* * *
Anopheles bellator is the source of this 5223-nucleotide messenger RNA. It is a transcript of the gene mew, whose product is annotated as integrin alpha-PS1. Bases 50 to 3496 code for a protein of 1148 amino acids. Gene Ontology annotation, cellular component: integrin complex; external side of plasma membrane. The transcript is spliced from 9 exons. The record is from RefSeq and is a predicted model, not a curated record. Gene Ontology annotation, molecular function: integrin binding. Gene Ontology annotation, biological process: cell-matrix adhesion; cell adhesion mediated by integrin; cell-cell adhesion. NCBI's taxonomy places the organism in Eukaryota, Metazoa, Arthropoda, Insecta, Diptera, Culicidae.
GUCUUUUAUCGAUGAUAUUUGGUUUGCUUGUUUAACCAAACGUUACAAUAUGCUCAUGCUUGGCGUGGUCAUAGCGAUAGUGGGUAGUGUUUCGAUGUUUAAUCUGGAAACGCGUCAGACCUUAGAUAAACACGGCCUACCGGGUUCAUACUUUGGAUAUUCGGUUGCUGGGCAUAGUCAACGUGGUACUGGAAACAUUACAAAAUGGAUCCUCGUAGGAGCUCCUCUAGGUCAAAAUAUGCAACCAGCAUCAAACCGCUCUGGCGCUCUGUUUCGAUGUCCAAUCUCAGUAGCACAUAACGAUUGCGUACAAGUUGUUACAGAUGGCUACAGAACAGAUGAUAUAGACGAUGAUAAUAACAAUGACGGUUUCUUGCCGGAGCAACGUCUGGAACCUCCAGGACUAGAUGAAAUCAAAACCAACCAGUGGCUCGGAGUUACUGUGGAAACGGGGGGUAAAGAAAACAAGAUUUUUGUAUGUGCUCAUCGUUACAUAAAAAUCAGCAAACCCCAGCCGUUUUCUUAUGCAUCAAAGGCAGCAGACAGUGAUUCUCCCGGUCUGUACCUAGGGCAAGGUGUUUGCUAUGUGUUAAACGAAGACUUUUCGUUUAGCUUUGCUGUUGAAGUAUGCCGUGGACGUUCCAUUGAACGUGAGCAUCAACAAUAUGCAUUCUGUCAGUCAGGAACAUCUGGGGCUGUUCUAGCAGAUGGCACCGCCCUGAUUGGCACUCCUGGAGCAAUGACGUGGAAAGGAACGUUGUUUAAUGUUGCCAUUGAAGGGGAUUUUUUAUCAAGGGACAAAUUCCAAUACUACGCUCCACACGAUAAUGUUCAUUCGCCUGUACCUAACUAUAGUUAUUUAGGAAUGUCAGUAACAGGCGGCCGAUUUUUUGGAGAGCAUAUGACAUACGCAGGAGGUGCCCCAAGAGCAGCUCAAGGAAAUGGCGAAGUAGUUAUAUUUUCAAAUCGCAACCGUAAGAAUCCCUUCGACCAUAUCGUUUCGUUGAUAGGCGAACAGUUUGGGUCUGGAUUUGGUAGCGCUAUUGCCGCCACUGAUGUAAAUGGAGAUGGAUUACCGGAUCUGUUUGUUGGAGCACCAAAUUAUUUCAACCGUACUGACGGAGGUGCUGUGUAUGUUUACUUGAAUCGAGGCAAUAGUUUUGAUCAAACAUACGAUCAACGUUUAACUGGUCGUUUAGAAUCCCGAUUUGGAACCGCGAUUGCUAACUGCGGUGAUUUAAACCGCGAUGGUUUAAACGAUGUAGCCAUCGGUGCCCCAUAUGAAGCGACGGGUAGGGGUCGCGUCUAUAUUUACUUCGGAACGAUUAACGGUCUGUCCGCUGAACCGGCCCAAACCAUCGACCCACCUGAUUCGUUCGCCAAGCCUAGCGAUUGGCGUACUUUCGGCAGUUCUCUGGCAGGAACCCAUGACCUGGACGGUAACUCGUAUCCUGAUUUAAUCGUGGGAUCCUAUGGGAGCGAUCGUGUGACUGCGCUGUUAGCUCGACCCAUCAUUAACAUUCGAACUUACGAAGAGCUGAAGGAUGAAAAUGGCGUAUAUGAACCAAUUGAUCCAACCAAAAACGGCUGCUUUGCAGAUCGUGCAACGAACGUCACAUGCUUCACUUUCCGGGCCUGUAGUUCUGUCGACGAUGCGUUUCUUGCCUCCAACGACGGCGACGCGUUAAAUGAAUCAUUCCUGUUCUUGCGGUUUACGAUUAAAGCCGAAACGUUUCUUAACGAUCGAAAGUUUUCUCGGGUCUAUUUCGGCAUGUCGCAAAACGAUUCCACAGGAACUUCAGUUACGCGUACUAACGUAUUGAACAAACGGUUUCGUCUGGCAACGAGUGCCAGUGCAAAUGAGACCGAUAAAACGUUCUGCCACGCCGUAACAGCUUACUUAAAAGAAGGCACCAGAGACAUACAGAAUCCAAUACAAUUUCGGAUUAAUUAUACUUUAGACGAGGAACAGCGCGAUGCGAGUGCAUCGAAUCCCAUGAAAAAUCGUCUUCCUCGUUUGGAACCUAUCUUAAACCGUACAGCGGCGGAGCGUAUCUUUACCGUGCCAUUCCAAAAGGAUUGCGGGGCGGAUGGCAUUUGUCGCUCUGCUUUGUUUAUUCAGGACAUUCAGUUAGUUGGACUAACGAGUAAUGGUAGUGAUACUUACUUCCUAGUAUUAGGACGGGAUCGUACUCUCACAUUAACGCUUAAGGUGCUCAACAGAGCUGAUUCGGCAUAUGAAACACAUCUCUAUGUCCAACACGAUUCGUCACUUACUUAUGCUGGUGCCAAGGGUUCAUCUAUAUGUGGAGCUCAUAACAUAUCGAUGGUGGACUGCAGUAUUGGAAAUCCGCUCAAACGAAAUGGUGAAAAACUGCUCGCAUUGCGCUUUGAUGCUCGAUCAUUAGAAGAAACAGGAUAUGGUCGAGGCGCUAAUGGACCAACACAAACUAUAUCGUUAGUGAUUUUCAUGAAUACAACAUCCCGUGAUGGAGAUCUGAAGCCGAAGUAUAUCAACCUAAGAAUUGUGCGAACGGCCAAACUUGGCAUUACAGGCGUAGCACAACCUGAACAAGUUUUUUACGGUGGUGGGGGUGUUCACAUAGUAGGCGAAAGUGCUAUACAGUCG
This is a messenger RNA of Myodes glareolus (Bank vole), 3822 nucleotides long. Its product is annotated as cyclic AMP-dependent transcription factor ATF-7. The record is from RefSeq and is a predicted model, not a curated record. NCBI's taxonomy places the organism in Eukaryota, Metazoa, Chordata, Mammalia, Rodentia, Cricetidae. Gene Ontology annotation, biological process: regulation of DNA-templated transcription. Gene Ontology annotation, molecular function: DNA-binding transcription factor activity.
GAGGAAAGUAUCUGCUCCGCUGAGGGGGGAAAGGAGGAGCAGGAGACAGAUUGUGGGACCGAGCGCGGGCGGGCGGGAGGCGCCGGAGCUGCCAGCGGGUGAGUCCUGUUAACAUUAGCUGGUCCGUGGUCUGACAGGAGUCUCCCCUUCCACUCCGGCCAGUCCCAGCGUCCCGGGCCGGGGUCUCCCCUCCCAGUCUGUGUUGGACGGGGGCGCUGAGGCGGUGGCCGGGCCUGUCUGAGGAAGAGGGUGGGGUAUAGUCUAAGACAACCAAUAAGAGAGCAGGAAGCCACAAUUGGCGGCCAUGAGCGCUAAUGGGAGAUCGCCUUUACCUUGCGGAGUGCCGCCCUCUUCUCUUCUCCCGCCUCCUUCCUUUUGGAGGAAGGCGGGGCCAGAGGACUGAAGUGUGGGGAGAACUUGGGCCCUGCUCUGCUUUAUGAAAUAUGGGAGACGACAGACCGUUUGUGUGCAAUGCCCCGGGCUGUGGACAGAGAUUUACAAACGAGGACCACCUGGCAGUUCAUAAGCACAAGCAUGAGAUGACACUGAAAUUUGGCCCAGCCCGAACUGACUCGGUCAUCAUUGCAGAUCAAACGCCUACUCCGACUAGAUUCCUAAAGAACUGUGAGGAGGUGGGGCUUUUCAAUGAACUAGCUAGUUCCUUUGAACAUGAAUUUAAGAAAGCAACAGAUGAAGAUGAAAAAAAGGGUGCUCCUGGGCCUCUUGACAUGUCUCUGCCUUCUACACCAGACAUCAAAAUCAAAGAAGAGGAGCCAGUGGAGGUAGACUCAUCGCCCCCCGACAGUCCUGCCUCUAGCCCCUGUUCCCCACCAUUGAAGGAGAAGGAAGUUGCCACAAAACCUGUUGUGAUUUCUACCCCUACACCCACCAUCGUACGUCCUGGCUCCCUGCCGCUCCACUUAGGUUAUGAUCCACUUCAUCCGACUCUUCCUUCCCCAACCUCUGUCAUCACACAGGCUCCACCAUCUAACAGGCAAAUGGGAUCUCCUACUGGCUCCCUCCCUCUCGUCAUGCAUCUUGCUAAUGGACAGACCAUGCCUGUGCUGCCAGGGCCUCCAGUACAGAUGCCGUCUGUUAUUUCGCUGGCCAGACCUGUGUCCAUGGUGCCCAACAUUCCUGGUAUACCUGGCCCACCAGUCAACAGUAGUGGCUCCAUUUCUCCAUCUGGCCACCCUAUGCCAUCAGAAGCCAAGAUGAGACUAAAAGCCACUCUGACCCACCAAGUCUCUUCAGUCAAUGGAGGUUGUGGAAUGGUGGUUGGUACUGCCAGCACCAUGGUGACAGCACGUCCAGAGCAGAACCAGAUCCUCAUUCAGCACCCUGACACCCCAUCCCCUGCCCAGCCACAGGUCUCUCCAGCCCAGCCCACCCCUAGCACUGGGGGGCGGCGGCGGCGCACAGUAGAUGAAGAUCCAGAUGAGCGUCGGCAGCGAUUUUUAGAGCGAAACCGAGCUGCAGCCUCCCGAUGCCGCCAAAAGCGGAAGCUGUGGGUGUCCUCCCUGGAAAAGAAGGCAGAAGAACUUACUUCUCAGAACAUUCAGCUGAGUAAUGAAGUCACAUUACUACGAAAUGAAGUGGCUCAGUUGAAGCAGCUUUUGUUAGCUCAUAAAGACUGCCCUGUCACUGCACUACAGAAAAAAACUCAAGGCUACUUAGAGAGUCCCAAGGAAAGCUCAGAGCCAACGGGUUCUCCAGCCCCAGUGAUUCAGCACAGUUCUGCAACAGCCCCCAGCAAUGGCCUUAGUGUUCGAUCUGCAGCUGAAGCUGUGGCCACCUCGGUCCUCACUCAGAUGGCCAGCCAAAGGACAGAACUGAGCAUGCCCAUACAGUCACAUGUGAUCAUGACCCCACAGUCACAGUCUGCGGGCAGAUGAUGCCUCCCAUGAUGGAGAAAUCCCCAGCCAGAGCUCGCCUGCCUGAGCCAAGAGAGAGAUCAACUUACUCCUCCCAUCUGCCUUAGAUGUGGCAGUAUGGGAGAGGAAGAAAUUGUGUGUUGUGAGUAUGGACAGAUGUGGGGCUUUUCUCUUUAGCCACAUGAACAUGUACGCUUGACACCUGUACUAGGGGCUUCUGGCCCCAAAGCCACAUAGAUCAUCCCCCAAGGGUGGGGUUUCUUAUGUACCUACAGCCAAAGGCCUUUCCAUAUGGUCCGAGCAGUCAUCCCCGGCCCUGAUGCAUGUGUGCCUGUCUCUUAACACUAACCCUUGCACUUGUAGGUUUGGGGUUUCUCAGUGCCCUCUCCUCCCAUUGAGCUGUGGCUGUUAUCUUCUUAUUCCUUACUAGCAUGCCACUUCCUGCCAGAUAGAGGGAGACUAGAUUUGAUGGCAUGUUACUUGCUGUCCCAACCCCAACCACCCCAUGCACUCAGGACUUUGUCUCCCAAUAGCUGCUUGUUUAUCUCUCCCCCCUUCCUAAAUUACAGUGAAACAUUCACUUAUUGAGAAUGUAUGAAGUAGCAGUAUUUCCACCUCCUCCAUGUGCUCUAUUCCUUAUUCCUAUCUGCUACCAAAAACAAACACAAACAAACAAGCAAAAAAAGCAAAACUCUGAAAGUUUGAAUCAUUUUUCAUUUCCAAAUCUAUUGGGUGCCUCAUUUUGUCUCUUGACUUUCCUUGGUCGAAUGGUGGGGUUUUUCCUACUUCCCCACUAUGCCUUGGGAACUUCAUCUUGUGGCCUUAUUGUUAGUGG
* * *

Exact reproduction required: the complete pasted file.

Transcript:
Anopheles bellator is the source of this 5223-nucleotide messenger RNA. It is a transcript of the gene mew, whose product is annotated as integrin alpha-PS1. Bases 50 to 3496 code for a protein of 1148 amino acids. Gene Ontology annotation, cellular component: integrin complex; external side of plasma membrane. The transcript is spliced from 9 exons. The record is from RefSeq and is a predicted model, not a curated record. Gene Ontology annotation, molecular function: integrin binding. Gene Ontology annotation, biological process: cell-matrix adhesion; cell adhesion mediated by integrin; cell-cell adhesion. NCBI's taxonomy places the organism in Eukaryota, Metazoa, Arthropoda, Insecta, Diptera, Culicidae.
GUCUUUUAUCGAUGAUAUUUGGUUUGCUUGUUUAACCAAACGUUACAAUAUGCUCAUGCUUGGCGUGGUCAUAGCGAUAGUGGGUAGUGUUUCGAUGUUUAAUCUGGAAACGCGUCAGACCUUAGAUAAACACGGCCUACCGGGUUCAUACUUUGGAUAUUCGGUUGCUGGGCAUAGUCAACGUGGUACUGGAAACAUUACAAAAUGGAUCCUCGUAGGAGCUCCUCUAGGUCAAAAUAUGCAACCAGCAUCAAACCGCUCUGGCGCUCUGUUUCGAUGUCCAAUCUCAGUAGCACAUAACGAUUGCGUACAAGUUGUUACAGAUGGCUACAGAACAGAUGAUAUAGACGAUGAUAAUAACAAUGACGGUUUCUUGCCGGAGCAACGUCUGGAACCUCCAGGACUAGAUGAAAUCAAAACCAACCAGUGGCUCGGAGUUACUGUGGAAACGGGGGGUAAAGAAAACAAGAUUUUUGUAUGUGCUCAUCGUUACAUAAAAAUCAGCAAACCCCAGCCGUUUUCUUAUGCAUCAAAGGCAGCAGACAGUGAUUCUCCCGGUCUGUACCUAGGGCAAGGUGUUUGCUAUGUGUUAAACGAAGACUUUUCGUUUAGCUUUGCUGUUGAAGUAUGCCGUGGACGUUCCAUUGAACGUGAGCAUCAACAAUAUGCAUUCUGUCAGUCAGGAACAUCUGGGGCUGUUCUAGCAGAUGGCACCGCCCUGAUUGGCACUCCUGGAGCAAUGACGUGGAAAGGAACGUUGUUUAAUGUUGCCAUUGAAGGGGAUUUUUUAUCAAGGGACAAAUUCCAAUACUACGCUCCACACGAUAAUGUUCAUUCGCCUGUACCUAACUAUAGUUAUUUAGGAAUGUCAGUAACAGGCGGCCGAUUUUUUGGAGAGCAUAUGACAUACGCAGGAGGUGCCCCAAGAGCAGCUCAAGGAAAUGGCGAAGUAGUUAUAUUUUCAAAUCGCAACCGUAAGAAUCCCUUCGACCAUAUCGUUUCGUUGAUAGGCGAACAGUUUGGGUCUGGAUUUGGUAGCGCUAUUGCCGCCACUGAUGUAAAUGGAGAUGGAUUACCGGAUCUGUUUGUUGGAGCACCAAAUUAUUUCAACCGUACUGACGGAGGUGCUGUGUAUGUUUACUUGAAUCGAGGCAAUAGUUUUGAUCAAACAUACGAUCAACGUUUAACUGGUCGUUUAGAAUCCCGAUUUGGAACCGCGAUUGCUAACUGCGGUGAUUUAAACCGCGAUGGUUUAAACGAUGUAGCCAUCGGUGCCCCAUAUGAAGCGACGGGUAGGGGUCGCGUCUAUAUUUACUUCGGAACGAUUAACGGUCUGUCCGCUGAACCGGCCCAAACCAUCGACCCACCUGAUUCGUUCGCCAAGCCUAGCGAUUGGCGUACUUUCGGCAGUUCUCUGGCAGGAACCCAUGACCUGGACGGUAACUCGUAUCCUGAUUUAAUCGUGGGAUCCUAUGGGAGCGAUCGUGUGACUGCGCUGUUAGCUCGACCCAUCAUUAACAUUCGAACUUACGAAGAGCUGAAGGAUGAAAAUGGCGUAUAUGAACCAAUUGAUCCAACCAAAAACGGCUGCUUUGCAGAUCGUGCAACGAACGUCACAUGCUUCACUUUCCGGGCCUGUAGUUCUGUCGACGAUGCGUUUCUUGCCUCCAACGACGGCGACGCGUUAAAUGAAUCAUUCCUGUUCUUGCGGUUUACGAUUAAAGCCGAAACGUUUCUUAACGAUCGAAAGUUUUCUCGGGUCUAUUUCGGCAUGUCGCAAAACGAUUCCACAGGAACUUCAGUUACGCGUACUAACGUAUUGAACAAACGGUUUCGUCUGGCAACGAGUGCCAGUGCAAAUGAGACCGAUAAAACGUUCUGCCACGCCGUAACAGCUUACUUAAAAGAAGGCACCAGAGACAUACAGAAUCCAAUACAAUUUCGGAUUAAUUAUACUUUAGACGAGGAACAGCGCGAUGCGAGUGCAUCGAAUCCCAUGAAAAAUCGUCUUCCUCGUUUGGAACCUAUCUUAAACCGUACAGCGGCGGAGCGUAUCUUUACCGUGCCAUUCCAAAAGGAUUGCGGGGCGGAUGGCAUUUGUCGCUCUGCUUUGUUUAUUCAGGACAUUCAGUUAGUUGGACUAACGAGUAAUGGUAGUGAUACUUACUUCCUAGUAUUAGGACGGGAUCGUACUCUCACAUUAACGCUUAAGGUGCUCAACAGAGCUGAUUCGGCAUAUGAAACACAUCUCUAUGUCCAACACGAUUCGUCACUUACUUAUGCUGGUGCCAAGGGUUCAUCUAUAUGUGGAGCUCAUAACAUAUCGAUGGUGGACUGCAGUAUUGGAAAUCCGCUCAAACGAAAUGGUGAAAAACUGCUCGCAUUGCGCUUUGAUGCUCGAUCAUUAGAAGAAACAGGAUAUGGUCGAGGCGCUAAUGGACCAACACAAACUAUAUCGUUAGUGAUUUUCAUGAAUACAACAUCCCGUGAUGGAGAUCUGAAGCCGAAGUAUAUCAACCUAAGAAUUGUGCGAACGGCCAAACUUGGCAUUACAGGCGUAGCACAACCUGAACAAGUUUUUUACGGUGGUGGGGGUGUUCACAUAGUAGGCGAAAGUGCUAUACAGUCG
This is a messenger RNA of Myodes glareolus (Bank vole), 3822 nucleotides long. Its product is annotated as cyclic AMP-dependent transcription factor ATF-7. The record is from RefSeq and is a predicted model, not a curated record. NCBI's taxonomy places the organism in Eukaryota, Metazoa, Chordata, Mammalia, Rodentia, Cricetidae. Gene Ontology annotation, biological process: regulation of DNA-templated transcription. Gene Ontology annotation, molecular function: DNA-binding transcription factor activity.
GAGGAAAGUAUCUGCUCCGCUGAGGGGGGAAAGGAGGAGCAGGAGACAGAUUGUGGGACCGAGCGCGGGCGGGCGGGAGGCGCCGGAGCUGCCAGCGGGUGAGUCCUGUUAACAUUAGCUGGUCCGUGGUCUGACAGGAGUCUCCCCUUCCACUCCGGCCAGUCCCAGCGUCCCGGGCCGGGGUCUCCCCUCCCAGUCUGUGUUGGACGGGGGCGCUGAGGCGGUGGCCGGGCCUGUCUGAGGAAGAGGGUGGGGUAUAGUCUAAGACAACCAAUAAGAGAGCAGGAAGCCACAAUUGGCGGCCAUGAGCGCUAAUGGGAGAUCGCCUUUACCUUGCGGAGUGCCGCCCUCUUCUCUUCUCCCGCCUCCUUCCUUUUGGAGGAAGGCGGGGCCAGAGGACUGAAGUGUGGGGAGAACUUGGGCCCUGCUCUGCUUUAUGAAAUAUGGGAGACGACAGACCGUUUGUGUGCAAUGCCCCGGGCUGUGGACAGAGAUUUACAAACGAGGACCACCUGGCAGUUCAUAAGCACAAGCAUGAGAUGACACUGAAAUUUGGCCCAGCCCGAACUGACUCGGUCAUCAUUGCAGAUCAAACGCCUACUCCGACUAGAUUCCUAAAGAACUGUGAGGAGGUGGGGCUUUUCAAUGAACUAGCUAGUUCCUUUGAACAUGAAUUUAAGAAAGCAACAGAUGAAGAUGAAAAAAAGGGUGCUCCUGGGCCUCUUGACAUGUCUCUGCCUUCUACACCAGACAUCAAAAUCAAAGAAGAGGAGCCAGUGGAGGUAGACUCAUCGCCCCCCGACAGUCCUGCCUCUAGCCCCUGUUCCCCACCAUUGAAGGAGAAGGAAGUUGCCACAAAACCUGUUGUGAUUUCUACCCCUACACCCACCAUCGUACGUCCUGGCUCCCUGCCGCUCCACUUAGGUUAUGAUCCACUUCAUCCGACUCUUCCUUCCCCAACCUCUGUCAUCACACAGGCUCCACCAUCUAACAGGCAAAUGGGAUCUCCUACUGGCUCCCUCCCUCUCGUCAUGCAUCUUGCUAAUGGACAGACCAUGCCUGUGCUGCCAGGGCCUCCAGUACAGAUGCCGUCUGUUAUUUCGCUGGCCAGACCUGUGUCCAUGGUGCCCAACAUUCCUGGUAUACCUGGCCCACCAGUCAACAGUAGUGGCUCCAUUUCUCCAUCUGGCCACCCUAUGCCAUCAGAAGCCAAGAUGAGACUAAAAGCCACUCUGACCCACCAAGUCUCUUCAGUCAAUGGAGGUUGUGGAAUGGUGGUUGGUACUGCCAGCACCAUGGUGACAGCACGUCCAGAGCAGAACCAGAUCCUCAUUCAGCACCCUGACACCCCAUCCCCUGCCCAGCCACAGGUCUCUCCAGCCCAGCCCACCCCUAGCACUGGGGGGCGGCGGCGGCGCACAGUAGAUGAAGAUCCAGAUGAGCGUCGGCAGCGAUUUUUAGAGCGAAACCGAGCUGCAGCCUCCCGAUGCCGCCAAAAGCGGAAGCUGUGGGUGUCCUCCCUGGAAAAGAAGGCAGAAGAACUUACUUCUCAGAACAUUCAGCUGAGUAAUGAAGUCACAUUACUACGAAAUGAAGUGGCUCAGUUGAAGCAGCUUUUGUUAGCUCAUAAAGACUGCCCUGUCACUGCACUACAGAAAAAAACUCAAGGCUACUUAGAGAGUCCCAAGGAAAGCUCAGAGCCAACGGGUUCUCCAGCCCCAGUGAUUCAGCACAGUUCUGCAACAGCCCCCAGCAAUGGCCUUAGUGUUCGAUCUGCAGCUGAAGCUGUGGCCACCUCGGUCCUCACUCAGAUGGCCAGCCAAAGGACAGAACUGAGCAUGCCCAUACAGUCACAUGUGAUCAUGACCCCACAGUCACAGUCUGCGGGCAGAUGAUGCCUCCCAUGAUGGAGAAAUCCCCAGCCAGAGCUCGCCUGCCUGAGCCAAGAGAGAGAUCAACUUACUCCUCCCAUCUGCCUUAGAUGUGGCAGUAUGGGAGAGGAAGAAAUUGUGUGUUGUGAGUAUGGACAGAUGUGGGGCUUUUCUCUUUAGCCACAUGAACAUGUACGCUUGACACCUGUACUAGGGGCUUCUGGCCCCAAAGCCACAUAGAUCAUCCCCCAAGGGUGGGGUUUCUUAUGUACCUACAGCCAAAGGCCUUUCCAUAUGGUCCGAGCAGUCAUCCCCGGCCCUGAUGCAUGUGUGCCUGUCUCUUAACACUAACCCUUGCACUUGUAGGUUUGGGGUUUCUCAGUGCCCUCUCCUCCCAUUGAGCUGUGGCUGUUAUCUUCUUAUUCCUUACUAGCAUGCCACUUCCUGCCAGAUAGAGGGAGACUAGAUUUGAUGGCAUGUUACUUGCUGUCCCAACCCCAACCACCCCAUGCACUCAGGACUUUGUCUCCCAAUAGCUGCUUGUUUAUCUCUCCCCCCUUCCUAAAUUACAGUGAAACAUUCACUUAUUGAGAAUGUAUGAAGUAGCAGUAUUUCCACCUCCUCCAUGUGCUCUAUUCCUUAUUCCUAUCUGCUACCAAAAACAAACACAAACAAACAAGCAAAAAAAGCAAAACUCUGAAAGUUUGAAUCAUUUUUCAUUUCCAAAUCUAUUGGGUGCCUCAUUUUGUCUCUUGACUUUCCUUGGUCGAAUGGUGGGGUUUUUCCUACUUCCCCACUAUGCCUUGGGAACUUCAUCUUGUGGCCUUAUUGUUAGUGG